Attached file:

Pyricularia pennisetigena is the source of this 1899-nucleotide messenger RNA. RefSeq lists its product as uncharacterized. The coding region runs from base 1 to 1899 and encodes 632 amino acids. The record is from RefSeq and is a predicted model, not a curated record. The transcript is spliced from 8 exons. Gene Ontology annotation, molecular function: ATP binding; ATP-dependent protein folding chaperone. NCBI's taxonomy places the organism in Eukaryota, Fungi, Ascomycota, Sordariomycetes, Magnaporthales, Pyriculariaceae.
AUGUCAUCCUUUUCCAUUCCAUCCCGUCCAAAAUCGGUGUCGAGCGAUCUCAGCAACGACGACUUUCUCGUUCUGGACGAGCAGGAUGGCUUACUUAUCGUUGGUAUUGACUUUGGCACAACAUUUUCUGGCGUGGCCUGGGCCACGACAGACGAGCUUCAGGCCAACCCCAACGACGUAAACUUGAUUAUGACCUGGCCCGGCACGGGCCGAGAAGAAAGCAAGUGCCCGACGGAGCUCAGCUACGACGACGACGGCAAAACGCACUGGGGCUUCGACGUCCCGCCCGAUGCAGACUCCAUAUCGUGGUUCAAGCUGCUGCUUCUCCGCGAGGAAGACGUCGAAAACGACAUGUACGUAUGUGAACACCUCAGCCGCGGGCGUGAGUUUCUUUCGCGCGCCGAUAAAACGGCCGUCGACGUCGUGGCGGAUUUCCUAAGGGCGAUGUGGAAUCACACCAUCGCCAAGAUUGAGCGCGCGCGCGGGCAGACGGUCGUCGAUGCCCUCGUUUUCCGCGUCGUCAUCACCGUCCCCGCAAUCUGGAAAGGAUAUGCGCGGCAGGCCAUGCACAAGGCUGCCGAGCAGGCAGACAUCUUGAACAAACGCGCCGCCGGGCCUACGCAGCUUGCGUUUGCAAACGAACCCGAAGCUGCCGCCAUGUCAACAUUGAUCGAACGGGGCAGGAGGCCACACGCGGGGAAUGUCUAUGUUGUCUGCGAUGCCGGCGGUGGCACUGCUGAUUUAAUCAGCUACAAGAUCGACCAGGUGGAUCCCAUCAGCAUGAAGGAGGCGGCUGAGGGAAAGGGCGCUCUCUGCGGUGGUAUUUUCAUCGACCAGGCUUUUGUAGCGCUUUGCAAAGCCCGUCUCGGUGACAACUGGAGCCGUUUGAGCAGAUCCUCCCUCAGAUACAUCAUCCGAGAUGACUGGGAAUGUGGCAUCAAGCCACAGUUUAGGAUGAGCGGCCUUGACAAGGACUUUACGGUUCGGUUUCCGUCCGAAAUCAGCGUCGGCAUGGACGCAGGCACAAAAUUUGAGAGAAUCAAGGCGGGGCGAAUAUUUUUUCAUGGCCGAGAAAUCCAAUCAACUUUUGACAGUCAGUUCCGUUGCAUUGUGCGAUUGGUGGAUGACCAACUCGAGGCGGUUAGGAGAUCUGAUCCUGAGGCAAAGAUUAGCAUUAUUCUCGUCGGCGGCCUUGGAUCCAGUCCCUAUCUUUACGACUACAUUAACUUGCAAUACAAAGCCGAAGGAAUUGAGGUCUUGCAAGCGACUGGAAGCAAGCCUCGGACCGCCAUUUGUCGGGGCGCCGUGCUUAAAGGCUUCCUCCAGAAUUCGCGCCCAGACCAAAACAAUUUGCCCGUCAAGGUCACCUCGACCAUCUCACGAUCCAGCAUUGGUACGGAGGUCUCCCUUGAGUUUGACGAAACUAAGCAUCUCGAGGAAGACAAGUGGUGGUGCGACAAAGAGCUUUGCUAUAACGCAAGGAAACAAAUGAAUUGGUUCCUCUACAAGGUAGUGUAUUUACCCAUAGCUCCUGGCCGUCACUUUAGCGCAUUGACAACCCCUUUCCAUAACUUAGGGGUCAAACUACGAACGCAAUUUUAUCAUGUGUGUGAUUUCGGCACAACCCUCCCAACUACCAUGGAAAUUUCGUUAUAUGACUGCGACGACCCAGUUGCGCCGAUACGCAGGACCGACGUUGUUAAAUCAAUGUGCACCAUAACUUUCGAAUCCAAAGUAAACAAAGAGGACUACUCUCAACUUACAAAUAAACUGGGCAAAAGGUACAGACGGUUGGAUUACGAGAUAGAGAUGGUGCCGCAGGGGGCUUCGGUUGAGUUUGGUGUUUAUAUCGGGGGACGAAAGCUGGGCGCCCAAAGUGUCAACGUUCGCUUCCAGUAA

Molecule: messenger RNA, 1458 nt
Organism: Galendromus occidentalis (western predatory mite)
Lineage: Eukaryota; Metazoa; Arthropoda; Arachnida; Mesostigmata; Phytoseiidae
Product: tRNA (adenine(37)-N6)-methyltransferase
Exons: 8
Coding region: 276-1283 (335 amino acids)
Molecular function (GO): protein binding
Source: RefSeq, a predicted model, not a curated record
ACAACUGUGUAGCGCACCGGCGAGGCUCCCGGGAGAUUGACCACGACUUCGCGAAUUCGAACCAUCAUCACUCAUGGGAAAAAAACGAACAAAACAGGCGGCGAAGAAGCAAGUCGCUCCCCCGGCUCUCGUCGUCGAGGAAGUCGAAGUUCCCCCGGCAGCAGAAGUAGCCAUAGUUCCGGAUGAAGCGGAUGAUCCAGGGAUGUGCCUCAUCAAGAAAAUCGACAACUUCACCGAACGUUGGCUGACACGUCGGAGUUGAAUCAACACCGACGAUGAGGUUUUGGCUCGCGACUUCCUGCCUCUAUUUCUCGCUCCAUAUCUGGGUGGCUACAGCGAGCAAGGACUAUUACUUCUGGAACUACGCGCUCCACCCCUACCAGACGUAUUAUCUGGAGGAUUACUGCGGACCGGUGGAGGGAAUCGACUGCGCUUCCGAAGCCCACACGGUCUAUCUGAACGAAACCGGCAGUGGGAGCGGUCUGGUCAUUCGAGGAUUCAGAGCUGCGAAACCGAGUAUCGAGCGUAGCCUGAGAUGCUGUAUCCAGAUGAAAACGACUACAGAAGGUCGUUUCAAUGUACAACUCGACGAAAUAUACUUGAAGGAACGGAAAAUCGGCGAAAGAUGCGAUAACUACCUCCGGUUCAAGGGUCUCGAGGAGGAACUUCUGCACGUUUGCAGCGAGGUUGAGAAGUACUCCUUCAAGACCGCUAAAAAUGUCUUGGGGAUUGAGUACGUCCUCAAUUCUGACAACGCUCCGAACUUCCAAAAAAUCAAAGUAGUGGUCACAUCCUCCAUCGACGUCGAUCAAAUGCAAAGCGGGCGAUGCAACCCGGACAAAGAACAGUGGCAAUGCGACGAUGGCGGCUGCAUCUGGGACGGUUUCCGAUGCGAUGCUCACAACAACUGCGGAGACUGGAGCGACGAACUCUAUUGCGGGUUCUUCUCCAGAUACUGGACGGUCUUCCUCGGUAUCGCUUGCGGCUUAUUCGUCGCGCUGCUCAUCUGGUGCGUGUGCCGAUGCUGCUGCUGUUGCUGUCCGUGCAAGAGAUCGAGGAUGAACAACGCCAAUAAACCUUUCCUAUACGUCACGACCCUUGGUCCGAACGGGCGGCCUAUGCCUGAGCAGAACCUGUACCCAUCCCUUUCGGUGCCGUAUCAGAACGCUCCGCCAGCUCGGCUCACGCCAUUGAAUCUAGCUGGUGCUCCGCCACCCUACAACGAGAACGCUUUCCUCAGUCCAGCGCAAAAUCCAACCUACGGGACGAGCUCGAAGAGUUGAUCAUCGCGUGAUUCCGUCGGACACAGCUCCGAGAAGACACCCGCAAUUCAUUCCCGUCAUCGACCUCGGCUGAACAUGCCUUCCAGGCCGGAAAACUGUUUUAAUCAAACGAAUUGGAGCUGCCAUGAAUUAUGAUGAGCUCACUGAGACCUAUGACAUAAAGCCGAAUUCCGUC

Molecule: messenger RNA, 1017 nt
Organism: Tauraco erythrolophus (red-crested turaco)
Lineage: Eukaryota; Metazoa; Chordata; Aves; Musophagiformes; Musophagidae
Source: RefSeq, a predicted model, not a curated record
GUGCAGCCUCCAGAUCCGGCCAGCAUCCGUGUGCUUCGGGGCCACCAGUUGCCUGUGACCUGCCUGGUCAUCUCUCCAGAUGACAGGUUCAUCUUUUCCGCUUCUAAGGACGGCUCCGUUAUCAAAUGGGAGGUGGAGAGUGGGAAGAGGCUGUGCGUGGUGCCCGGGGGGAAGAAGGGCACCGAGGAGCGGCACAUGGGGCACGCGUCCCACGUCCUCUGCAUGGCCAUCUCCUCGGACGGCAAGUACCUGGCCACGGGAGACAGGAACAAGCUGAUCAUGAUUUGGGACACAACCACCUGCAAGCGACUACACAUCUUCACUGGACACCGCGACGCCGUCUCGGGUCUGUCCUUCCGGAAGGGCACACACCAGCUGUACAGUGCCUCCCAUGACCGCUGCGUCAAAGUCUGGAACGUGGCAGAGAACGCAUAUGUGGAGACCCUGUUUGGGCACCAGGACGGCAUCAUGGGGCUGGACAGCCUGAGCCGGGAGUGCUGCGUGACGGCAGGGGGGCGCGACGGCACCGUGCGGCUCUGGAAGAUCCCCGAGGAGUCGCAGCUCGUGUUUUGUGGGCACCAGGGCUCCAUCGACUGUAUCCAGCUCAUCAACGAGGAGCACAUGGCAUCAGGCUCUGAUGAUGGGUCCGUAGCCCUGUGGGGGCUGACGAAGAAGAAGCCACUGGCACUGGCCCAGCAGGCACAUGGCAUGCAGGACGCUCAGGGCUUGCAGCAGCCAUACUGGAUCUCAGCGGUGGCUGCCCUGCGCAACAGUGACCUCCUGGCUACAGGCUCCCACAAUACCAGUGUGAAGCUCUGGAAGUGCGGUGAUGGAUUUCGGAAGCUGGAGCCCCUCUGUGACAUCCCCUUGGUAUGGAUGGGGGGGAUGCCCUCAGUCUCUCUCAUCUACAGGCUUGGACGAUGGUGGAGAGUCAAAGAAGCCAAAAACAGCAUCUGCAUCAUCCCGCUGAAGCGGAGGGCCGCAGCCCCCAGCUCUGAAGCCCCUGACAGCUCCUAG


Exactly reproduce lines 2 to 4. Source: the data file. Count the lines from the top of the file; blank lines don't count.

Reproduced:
AUGUCAUCCUUUUCCAUUCCAUCCCGUCCAAAAUCGGUGUCGAGCGAUCUCAGCAACGACGACUUUCUCGUUCUGGACGAGCAGGAUGGCUUACUUAUCGUUGGUAUUGACUUUGGCACAACAUUUUCUGGCGUGGCCUGGGCCACGACAGACGAGCUUCAGGCCAACCCCAACGACGUAAACUUGAUUAUGACCUGGCCCGGCACGGGCCGAGAAGAAAGCAAGUGCCCGACGGAGCUCAGCUACGACGACGACGGCAAAACGCACUGGGGCUUCGACGUCCCGCCCGAUGCAGACUCCAUAUCGUGGUUCAAGCUGCUGCUUCUCCGCGAGGAAGACGUCGAAAACGACAUGUACGUAUGUGAACACCUCAGCCGCGGGCGUGAGUUUCUUUCGCGCGCCGAUAAAACGGCCGUCGACGUCGUGGCGGAUUUCCUAAGGGCGAUGUGGAAUCACACCAUCGCCAAGAUUGAGCGCGCGCGCGGGCAGACGGUCGUCGAUGCCCUCGUUUUCCGCGUCGUCAUCACCGUCCCCGCAAUCUGGAAAGGAUAUGCGCGGCAGGCCAUGCACAAGGCUGCCGAGCAGGCAGACAUCUUGAACAAACGCGCCGCCGGGCCUACGCAGCUUGCGUUUGCAAACGAACCCGAAGCUGCCGCCAUGUCAACAUUGAUCGAACGGGGCAGGAGGCCACACGCGGGGAAUGUCUAUGUUGUCUGCGAUGCCGGCGGUGGCACUGCUGAUUUAAUCAGCUACAAGAUCGACCAGGUGGAUCCCAUCAGCAUGAAGGAGGCGGCUGAGGGAAAGGGCGCUCUCUGCGGUGGUAUUUUCAUCGACCAGGCUUUUGUAGCGCUUUGCAAAGCCCGUCUCGGUGACAACUGGAGCCGUUUGAGCAGAUCCUCCCUCAGAUACAUCAUCCGAGAUGACUGGGAAUGUGGCAUCAAGCCACAGUUUAGGAUGAGCGGCCUUGACAAGGACUUUACGGUUCGGUUUCCGUCCGAAAUCAGCGUCGGCAUGGACGCAGGCACAAAAUUUGAGAGAAUCAAGGCGGGGCGAAUAUUUUUUCAUGGCCGAGAAAUCCAAUCAACUUUUGACAGUCAGUUCCGUUGCAUUGUGCGAUUGGUGGAUGACCAACUCGAGGCGGUUAGGAGAUCUGAUCCUGAGGCAAAGAUUAGCAUUAUUCUCGUCGGCGGCCUUGGAUCCAGUCCCUAUCUUUACGACUACAUUAACUUGCAAUACAAAGCCGAAGGAAUUGAGGUCUUGCAAGCGACUGGAAGCAAGCCUCGGACCGCCAUUUGUCGGGGCGCCGUGCUUAAAGGCUUCCUCCAGAAUUCGCGCCCAGACCAAAACAAUUUGCCCGUCAAGGUCACCUCGACCAUCUCACGAUCCAGCAUUGGUACGGAGGUCUCCCUUGAGUUUGACGAAACUAAGCAUCUCGAGGAAGACAAGUGGUGGUGCGACAAAGAGCUUUGCUAUAACGCAAGGAAACAAAUGAAUUGGUUCCUCUACAAGGUAGUGUAUUUACCCAUAGCUCCUGGCCGUCACUUUAGCGCAUUGACAACCCCUUUCCAUAACUUAGGGGUCAAACUACGAACGCAAUUUUAUCAUGUGUGUGAUUUCGGCACAACCCUCCCAACUACCAUGGAAAUUUCGUUAUAUGACUGCGACGACCCAGUUGCGCCGAUACGCAGGACCGACGUUGUUAAAUCAAUGUGCACCAUAACUUUCGAAUCCAAAGUAAACAAAGAGGACUACUCUCAACUUACAAAUAAACUGGGCAAAAGGUACAGACGGUUGGAUUACGAGAUAGAGAUGGUGCCGCAGGGGGCUUCGGUUGAGUUUGGUGUUUAUAUCGGGGGACGAAAGCUGGGCGCCCAAAGUGUCAACGUUCGCUUCCAGUAA

Molecule: messenger RNA, 1458 nt
Organism: Galendromus occidentalis (western predatory mite)